So this week I had some good news about a local distributor who is going to stock and carry my books! It's all about the small wins! I'll tell you more about that when it's all signed sealed and delivered.
This means I am going to push on with the second print of Half Irish - which is an exciting time. I'll do a wee re-design of the back cover which will be fun! I currently have 4 1st editions on the bookshelf so if you want to order one for Christmas get in quick!
To celebrate I thought I would let you read one of my short stories. So why not grab a beverage and take 15 minutes to read a heart warming story!
37 jars: all shapes and sizes.
Square ones with clip-on lids.
Octagonal ones with metal screw-top lids.
Normal round jam jars with pretty patterns on their shoulders. Inside, the last drop of scrummy jam plays a game of hide and seek.
37 jars: all shapes and sizes.
Their contents consumed and their labels scrubbed off; washed three times in hot, soapy water.
37 jars: all shapes and sizes.
Some are old jars that once held jams and jellies and lived in cluttered cupboards. Others are old marmalade jars, once used as juice beakers and cocktail glasses by the trendy restaurant in town with the pastel décor and magazine cut outs on its walls.
What was Lily’s favourite type of jar? The ones filled with chocolate spread of course! Receiving a jar like that meant Lily could climb onto the counter, grab a spoon from the cutlery drawer, sink it into the jar of gooey scrummy chocolate goodness and eat until her stomach ached and her heart was happy.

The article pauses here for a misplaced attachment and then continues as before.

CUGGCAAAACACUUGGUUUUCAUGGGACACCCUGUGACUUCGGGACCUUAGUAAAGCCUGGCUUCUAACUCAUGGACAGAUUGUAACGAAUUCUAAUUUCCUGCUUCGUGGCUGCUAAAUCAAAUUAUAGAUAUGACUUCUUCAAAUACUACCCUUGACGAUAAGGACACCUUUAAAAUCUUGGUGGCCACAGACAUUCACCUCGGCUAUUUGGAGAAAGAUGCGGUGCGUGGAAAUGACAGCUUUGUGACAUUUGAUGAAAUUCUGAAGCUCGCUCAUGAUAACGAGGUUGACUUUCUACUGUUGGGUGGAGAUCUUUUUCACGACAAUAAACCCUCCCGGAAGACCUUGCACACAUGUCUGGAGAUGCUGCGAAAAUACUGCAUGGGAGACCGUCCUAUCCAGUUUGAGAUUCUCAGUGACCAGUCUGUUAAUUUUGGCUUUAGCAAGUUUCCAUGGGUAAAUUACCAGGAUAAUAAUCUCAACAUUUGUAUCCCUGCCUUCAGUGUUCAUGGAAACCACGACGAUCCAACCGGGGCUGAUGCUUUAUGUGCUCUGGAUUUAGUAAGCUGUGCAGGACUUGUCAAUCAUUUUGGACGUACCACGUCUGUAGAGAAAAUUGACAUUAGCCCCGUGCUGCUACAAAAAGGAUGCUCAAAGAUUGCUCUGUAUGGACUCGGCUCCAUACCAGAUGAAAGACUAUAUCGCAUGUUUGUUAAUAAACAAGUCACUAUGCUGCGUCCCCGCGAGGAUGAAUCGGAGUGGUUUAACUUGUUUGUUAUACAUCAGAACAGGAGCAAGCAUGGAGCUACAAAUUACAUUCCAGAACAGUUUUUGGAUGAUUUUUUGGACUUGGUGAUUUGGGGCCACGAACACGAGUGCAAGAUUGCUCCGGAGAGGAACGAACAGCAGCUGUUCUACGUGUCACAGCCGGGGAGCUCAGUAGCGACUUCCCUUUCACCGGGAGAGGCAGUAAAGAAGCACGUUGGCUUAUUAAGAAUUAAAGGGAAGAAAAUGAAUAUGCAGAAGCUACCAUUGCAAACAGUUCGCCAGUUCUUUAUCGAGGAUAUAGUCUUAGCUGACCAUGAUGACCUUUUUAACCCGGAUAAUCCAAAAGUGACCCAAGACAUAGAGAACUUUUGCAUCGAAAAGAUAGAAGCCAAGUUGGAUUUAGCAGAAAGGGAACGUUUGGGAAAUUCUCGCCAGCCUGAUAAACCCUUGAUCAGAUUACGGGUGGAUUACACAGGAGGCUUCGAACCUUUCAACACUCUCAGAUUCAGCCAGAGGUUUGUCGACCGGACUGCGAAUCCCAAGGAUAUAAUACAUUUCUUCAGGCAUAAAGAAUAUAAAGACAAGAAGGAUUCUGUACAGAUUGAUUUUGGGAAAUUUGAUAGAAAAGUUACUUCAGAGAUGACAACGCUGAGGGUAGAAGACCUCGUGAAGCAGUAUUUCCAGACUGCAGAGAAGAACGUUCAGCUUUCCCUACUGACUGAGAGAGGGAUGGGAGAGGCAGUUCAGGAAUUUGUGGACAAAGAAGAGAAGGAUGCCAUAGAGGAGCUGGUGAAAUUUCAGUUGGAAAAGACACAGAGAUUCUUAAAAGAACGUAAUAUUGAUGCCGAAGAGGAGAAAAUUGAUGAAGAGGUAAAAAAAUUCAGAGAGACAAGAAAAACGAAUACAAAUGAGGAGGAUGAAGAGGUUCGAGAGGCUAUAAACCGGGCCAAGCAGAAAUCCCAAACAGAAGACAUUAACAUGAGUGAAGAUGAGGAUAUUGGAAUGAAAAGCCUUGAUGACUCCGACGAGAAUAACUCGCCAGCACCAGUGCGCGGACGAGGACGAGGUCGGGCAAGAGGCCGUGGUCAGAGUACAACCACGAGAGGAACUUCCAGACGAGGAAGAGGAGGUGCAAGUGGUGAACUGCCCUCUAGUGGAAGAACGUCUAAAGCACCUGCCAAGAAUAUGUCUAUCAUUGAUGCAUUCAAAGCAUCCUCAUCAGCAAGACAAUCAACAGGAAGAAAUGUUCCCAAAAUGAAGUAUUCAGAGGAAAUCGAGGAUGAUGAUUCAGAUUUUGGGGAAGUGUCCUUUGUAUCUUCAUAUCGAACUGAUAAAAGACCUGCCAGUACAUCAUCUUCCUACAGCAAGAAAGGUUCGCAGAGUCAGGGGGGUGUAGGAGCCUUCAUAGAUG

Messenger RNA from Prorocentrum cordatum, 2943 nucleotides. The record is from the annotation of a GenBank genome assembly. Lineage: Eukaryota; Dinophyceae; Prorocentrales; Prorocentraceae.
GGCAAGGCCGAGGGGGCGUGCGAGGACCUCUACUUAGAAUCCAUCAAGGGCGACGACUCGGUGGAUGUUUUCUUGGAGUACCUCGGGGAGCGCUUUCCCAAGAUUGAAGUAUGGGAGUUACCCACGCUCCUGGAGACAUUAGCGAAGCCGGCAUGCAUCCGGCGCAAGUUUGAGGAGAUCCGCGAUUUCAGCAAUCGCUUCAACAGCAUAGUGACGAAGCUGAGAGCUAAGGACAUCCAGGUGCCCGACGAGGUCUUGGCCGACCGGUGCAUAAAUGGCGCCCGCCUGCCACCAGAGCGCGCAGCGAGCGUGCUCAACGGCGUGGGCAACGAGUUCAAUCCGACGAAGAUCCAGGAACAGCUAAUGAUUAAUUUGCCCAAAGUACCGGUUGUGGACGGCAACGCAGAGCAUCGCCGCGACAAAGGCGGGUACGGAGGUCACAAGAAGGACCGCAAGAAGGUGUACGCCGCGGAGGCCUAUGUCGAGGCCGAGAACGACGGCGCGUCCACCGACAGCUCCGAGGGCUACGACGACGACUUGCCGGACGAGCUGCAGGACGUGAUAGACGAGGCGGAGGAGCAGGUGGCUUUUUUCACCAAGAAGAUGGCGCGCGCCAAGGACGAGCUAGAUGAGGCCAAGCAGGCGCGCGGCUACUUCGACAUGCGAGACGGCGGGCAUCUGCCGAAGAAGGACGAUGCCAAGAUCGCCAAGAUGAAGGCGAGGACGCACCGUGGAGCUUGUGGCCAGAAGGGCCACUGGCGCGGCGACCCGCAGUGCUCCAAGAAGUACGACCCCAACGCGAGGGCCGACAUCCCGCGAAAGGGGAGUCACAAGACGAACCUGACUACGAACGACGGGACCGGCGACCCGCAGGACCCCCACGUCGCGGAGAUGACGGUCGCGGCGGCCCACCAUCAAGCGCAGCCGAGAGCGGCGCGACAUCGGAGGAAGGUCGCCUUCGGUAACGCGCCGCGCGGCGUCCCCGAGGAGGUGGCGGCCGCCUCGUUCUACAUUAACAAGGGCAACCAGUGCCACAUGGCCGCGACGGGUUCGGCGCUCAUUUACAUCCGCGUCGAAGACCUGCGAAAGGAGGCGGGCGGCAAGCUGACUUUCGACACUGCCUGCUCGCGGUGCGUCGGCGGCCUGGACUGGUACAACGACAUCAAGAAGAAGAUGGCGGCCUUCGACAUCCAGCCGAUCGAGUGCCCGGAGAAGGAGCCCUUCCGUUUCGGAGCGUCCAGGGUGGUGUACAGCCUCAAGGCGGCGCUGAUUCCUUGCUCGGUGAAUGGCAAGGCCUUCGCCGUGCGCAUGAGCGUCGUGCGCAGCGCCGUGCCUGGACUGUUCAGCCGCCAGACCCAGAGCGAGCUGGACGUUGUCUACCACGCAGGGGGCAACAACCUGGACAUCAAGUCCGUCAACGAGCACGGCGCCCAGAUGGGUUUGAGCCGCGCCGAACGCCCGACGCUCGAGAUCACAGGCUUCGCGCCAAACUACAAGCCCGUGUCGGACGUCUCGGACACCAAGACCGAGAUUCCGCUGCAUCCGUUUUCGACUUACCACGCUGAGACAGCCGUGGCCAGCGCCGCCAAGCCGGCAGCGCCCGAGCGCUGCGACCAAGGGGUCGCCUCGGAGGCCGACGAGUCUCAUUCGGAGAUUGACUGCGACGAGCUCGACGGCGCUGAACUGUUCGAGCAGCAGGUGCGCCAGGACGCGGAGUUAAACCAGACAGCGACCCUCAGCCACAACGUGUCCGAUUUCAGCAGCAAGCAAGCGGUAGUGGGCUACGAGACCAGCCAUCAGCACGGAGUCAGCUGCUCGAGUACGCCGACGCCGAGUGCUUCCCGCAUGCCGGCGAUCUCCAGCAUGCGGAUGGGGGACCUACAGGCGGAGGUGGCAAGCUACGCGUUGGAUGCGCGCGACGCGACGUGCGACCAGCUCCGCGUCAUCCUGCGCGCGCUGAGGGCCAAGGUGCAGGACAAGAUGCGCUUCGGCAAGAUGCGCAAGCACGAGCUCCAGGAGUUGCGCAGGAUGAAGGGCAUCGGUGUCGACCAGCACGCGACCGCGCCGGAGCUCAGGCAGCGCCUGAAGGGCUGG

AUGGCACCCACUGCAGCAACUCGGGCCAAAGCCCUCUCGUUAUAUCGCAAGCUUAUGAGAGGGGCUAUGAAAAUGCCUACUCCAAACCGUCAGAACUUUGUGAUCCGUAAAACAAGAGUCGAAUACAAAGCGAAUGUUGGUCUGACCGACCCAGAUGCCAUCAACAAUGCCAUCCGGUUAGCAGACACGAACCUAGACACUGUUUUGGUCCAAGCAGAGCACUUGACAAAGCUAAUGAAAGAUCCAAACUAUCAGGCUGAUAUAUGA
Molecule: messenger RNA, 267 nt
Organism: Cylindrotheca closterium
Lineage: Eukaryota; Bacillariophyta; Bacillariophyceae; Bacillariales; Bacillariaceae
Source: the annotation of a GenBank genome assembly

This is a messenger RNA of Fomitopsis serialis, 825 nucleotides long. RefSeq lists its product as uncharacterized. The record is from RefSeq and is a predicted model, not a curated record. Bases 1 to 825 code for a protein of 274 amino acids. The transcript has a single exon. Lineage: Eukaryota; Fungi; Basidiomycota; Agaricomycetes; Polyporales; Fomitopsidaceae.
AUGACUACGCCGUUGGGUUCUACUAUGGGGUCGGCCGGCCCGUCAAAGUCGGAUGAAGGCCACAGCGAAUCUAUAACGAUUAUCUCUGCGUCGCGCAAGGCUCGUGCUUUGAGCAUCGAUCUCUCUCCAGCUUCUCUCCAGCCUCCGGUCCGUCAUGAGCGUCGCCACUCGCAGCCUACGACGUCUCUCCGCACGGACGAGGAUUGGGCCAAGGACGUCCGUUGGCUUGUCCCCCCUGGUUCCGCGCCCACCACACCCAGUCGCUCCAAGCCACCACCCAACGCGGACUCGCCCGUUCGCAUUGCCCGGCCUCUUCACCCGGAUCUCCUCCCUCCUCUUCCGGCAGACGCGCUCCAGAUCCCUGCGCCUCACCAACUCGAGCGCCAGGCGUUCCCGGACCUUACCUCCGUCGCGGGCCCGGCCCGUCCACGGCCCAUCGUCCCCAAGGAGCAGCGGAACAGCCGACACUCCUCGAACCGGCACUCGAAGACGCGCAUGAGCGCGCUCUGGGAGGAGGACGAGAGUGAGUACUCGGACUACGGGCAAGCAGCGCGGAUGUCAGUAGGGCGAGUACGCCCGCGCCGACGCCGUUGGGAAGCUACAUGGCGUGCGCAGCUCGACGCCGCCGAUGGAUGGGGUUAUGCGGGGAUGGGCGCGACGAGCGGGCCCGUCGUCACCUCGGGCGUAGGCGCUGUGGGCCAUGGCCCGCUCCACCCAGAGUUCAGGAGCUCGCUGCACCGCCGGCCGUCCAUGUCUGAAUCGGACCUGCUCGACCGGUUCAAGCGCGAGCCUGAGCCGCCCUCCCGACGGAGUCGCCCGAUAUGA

It was late on a Friday afternoon when Lily began gathering jars. She rummaged through every cardboard box in the garage and searched through all of the tea chests in the dusty attic.
After three hours of hunting, Lily lined up 17 glass jars on her front porch. She was proud of her progress, but she knew her job for the day wasn’t over. As the sun started to sleep, Lily set to work. She hauled two tin buckets to the porch and began to wash the jars. She scrubbed the jars clean in the first bucket filled with hot, soapy water. Then, she rinsed them in the second bucket filled with warm water. Finally, she wiped away the excess water and dried each jar. The late evening sun cast shadows of the jars on the floor of the porch.
As she dried the water droplets away from each jar, Lily told her puppy how pleased she was with the collection of jars she had found in the house. Finding 17 jars was a great number, but she would need at least double that for what she had planned.
The week following her great find Lily cast her search far and wide. Each day, as she jumped off the school bus, jars greeted her on the steps of her porch. Some were clean. Some were not so clean. Lily didn’t care: the sight of new jars delighted her.